The Bluest Eye Essay

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At the heart of every story in every novel there exists an often powerful, underlying truth. In searching for this message, the reader may use a number of literary tools to analyze the work at hand, including in this case, the gaze. The literary gaze is a source of power expressed through inspection, which objectifies the person—usually a woman—or object being looked at, and acts as a window to the mind of the inspector. Oftentimes, the gaze may also eroticize the object or person being examined, displaying the dominance and power of specific characters through their ability to pass judgment, and disempowering those caught in the light of the other’s gaze. In Toni Morrison’s The Bluest Eye, the influence of the literary gaze appears most prominent…show more content…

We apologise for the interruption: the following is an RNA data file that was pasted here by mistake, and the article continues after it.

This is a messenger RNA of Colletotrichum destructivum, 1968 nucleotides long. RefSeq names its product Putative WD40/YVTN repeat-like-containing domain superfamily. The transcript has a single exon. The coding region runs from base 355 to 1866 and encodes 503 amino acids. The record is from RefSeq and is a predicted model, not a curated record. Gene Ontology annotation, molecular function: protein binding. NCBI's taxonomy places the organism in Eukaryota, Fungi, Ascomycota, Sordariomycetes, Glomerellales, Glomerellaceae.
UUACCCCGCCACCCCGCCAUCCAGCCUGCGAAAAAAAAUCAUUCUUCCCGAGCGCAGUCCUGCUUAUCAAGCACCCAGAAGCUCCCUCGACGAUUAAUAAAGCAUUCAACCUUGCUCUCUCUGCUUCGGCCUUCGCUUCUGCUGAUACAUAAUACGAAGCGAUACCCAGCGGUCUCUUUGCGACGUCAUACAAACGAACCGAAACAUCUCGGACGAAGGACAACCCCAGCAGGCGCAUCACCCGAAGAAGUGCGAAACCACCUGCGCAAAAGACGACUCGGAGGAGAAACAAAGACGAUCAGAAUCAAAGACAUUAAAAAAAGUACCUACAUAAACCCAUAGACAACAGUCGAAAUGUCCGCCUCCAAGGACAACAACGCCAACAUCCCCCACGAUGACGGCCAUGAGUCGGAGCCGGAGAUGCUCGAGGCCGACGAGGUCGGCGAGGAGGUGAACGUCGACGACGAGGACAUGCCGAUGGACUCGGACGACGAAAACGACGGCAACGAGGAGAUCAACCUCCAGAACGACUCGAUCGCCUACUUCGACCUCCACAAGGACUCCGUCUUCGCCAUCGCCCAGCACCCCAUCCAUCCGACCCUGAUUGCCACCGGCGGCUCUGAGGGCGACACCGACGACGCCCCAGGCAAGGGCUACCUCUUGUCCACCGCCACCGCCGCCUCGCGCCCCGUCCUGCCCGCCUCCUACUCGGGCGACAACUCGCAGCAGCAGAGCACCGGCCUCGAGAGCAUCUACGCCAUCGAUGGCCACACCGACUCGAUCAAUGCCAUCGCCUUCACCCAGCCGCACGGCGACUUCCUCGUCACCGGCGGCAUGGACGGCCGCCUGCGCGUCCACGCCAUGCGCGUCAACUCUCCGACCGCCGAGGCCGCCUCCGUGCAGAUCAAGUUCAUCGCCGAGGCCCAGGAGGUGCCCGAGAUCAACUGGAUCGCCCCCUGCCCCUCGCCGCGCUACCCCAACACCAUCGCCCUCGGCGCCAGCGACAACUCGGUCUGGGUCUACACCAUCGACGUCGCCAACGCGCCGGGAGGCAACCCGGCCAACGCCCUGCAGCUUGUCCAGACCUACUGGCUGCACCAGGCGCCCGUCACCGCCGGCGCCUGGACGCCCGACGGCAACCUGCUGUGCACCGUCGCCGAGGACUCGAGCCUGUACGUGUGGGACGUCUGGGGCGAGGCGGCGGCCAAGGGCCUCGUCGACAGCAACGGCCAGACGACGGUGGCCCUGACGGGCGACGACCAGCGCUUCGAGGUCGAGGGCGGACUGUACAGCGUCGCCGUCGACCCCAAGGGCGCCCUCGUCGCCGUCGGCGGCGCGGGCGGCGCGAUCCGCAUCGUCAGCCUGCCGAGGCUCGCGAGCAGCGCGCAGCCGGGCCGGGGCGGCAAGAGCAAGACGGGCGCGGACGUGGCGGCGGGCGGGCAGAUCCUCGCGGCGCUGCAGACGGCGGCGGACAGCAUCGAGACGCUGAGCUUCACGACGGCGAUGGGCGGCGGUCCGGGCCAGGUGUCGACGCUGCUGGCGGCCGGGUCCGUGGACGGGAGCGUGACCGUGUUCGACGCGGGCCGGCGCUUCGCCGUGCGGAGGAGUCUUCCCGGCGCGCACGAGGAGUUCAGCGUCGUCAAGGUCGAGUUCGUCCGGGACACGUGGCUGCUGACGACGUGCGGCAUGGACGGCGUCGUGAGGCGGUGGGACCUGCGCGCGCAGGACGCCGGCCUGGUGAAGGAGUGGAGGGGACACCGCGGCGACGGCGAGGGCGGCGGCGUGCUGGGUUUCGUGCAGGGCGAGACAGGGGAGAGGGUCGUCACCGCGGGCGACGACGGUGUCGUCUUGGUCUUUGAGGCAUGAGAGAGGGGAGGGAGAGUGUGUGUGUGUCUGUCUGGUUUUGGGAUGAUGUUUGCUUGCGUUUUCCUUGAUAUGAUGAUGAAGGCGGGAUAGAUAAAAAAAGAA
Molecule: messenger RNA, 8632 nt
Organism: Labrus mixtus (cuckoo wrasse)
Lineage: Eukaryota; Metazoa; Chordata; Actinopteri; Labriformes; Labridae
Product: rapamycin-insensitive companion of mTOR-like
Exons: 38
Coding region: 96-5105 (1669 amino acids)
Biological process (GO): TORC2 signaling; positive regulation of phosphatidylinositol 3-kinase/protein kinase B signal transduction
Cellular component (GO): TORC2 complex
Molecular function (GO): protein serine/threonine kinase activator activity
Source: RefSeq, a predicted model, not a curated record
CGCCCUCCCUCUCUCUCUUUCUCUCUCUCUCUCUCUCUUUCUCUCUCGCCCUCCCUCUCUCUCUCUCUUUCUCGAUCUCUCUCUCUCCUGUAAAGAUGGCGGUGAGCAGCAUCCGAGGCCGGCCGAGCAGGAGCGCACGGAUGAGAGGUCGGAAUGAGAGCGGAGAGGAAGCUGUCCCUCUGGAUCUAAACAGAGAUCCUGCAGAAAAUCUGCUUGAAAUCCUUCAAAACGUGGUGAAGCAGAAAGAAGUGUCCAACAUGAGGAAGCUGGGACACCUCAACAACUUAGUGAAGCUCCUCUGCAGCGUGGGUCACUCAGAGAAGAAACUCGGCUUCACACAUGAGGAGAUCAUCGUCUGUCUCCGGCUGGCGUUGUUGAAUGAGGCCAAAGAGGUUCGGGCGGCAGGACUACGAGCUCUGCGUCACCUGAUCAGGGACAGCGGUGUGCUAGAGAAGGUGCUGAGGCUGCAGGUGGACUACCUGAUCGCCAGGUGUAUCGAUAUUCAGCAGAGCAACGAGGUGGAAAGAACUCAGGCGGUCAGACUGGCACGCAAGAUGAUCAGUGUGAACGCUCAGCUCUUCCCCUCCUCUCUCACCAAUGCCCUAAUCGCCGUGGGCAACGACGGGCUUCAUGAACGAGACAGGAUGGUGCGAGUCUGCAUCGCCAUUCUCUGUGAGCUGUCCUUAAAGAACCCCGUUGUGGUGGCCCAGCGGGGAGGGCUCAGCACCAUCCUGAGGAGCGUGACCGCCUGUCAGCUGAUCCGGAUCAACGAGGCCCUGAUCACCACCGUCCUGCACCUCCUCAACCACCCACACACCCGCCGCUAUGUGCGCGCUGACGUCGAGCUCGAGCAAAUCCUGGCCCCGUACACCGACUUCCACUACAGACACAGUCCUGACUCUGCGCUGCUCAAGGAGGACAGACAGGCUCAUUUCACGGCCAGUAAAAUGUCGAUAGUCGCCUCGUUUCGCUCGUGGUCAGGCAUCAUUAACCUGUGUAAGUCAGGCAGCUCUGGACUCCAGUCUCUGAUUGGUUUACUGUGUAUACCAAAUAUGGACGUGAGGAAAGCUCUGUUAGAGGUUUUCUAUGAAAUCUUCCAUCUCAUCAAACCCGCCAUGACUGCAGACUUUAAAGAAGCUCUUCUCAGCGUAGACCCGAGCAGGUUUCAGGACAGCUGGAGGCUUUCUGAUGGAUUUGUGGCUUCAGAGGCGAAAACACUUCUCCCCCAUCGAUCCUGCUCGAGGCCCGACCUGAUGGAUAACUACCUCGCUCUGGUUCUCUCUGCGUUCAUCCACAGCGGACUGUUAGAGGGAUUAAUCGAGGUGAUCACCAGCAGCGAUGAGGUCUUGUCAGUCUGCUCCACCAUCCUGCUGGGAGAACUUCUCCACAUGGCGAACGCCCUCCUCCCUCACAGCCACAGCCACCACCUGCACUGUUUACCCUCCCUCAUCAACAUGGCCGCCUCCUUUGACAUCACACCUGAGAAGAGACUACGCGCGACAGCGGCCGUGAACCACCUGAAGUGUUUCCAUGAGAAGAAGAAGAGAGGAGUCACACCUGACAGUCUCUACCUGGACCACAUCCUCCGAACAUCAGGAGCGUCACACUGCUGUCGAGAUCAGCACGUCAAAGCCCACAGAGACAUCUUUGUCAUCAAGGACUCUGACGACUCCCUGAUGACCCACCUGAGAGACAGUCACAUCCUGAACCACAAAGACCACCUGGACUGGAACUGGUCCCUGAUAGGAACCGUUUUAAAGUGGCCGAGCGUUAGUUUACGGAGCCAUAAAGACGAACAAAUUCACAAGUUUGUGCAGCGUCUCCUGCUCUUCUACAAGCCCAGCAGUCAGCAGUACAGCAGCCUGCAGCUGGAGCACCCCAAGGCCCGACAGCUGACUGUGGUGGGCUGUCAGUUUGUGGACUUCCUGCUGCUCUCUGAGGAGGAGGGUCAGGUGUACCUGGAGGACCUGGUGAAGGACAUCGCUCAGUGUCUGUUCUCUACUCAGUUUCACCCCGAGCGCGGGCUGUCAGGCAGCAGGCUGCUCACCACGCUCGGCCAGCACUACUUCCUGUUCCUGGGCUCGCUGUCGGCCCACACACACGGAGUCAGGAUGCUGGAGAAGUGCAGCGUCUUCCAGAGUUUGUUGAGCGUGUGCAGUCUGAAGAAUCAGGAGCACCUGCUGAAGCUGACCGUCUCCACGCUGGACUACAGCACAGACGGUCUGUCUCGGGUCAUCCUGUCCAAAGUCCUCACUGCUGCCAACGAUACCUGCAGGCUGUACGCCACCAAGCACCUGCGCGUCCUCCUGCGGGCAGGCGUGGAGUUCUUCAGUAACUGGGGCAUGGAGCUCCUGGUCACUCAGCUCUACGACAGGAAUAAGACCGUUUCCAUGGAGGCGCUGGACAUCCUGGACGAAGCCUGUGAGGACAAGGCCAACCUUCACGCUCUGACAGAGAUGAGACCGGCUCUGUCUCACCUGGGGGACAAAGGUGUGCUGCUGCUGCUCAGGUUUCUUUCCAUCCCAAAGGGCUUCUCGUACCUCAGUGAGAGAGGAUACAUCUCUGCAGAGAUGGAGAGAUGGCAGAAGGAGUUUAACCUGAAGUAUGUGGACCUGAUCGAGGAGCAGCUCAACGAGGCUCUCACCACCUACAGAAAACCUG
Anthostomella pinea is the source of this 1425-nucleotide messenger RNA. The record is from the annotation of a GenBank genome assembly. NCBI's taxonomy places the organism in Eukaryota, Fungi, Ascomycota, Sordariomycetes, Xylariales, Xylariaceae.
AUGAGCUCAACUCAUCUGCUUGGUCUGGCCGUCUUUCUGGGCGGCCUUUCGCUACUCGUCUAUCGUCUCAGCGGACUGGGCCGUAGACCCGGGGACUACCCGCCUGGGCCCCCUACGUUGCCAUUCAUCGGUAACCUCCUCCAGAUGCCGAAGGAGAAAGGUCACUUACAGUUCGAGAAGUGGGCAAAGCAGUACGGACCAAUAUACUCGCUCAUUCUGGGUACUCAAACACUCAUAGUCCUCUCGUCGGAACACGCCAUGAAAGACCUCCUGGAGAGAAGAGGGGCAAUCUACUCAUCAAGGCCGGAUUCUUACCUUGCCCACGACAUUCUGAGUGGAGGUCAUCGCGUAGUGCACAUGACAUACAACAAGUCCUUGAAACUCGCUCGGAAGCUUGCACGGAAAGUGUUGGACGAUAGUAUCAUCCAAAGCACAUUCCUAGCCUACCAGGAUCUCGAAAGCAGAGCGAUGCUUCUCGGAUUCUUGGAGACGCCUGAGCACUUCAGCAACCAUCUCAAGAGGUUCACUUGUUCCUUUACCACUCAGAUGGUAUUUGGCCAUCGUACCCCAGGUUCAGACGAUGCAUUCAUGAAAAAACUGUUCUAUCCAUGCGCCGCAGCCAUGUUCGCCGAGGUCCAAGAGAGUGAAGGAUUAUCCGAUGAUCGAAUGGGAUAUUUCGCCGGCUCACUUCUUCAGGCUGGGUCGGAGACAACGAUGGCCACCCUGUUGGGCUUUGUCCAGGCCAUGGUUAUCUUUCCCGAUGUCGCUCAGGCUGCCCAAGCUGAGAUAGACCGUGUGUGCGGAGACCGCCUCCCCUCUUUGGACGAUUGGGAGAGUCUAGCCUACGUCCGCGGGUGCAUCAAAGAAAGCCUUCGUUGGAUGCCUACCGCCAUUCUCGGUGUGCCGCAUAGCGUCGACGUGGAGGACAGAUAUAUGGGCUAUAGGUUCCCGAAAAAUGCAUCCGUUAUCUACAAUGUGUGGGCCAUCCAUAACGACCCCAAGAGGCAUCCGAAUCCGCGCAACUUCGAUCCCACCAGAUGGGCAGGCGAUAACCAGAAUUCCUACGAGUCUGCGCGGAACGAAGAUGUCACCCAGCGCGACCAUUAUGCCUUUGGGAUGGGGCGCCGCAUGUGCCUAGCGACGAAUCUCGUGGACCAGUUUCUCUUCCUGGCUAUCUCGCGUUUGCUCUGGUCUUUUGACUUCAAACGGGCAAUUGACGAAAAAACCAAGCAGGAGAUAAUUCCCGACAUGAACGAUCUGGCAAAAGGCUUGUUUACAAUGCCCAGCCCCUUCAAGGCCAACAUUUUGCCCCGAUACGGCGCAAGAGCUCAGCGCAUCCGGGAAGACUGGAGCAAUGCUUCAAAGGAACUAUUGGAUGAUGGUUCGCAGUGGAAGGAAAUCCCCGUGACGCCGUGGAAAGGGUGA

These young girls—such as the characters of Pecola, Frieda, and Claudia—are constantly surrounded by icons of beauty who continuously advertise pale skin, fair hair, and blue eyes. For instance, in the novel, Morrison writes, “Frieda brought [Pecola] her four graham crackers on a saucer and some milk in a blue-and-white Shirley Temple cup. She was a long time with the milk, and gazed fondly at the silhouette of Shirley Temple’s dimpled face. Frieda and she had a loving conversation about how cu-ute Shirley Temple was” (Morrison, 19). In this passage, Pecola and Frieda admire the beauty of Shirley Temple’s fair features. Their gaze upon her image discloses to the reader the power of advertisement and society over young girls in the understanding white femininity—composed of wearing dresses, and possessing a polite, girlish charm—as true beauty. Additionally, Morrison’s description of the cup of milk as “blue-and-white” further serves to highlight the young girls’ learned admiration of white culture. Overall, Morrison is able to express through Frieda and Pecola the power the gaze holds in objectifying specific groups of individuals and disempowering them, in this case instilling racial self-contempt in those under the scrutiny of the

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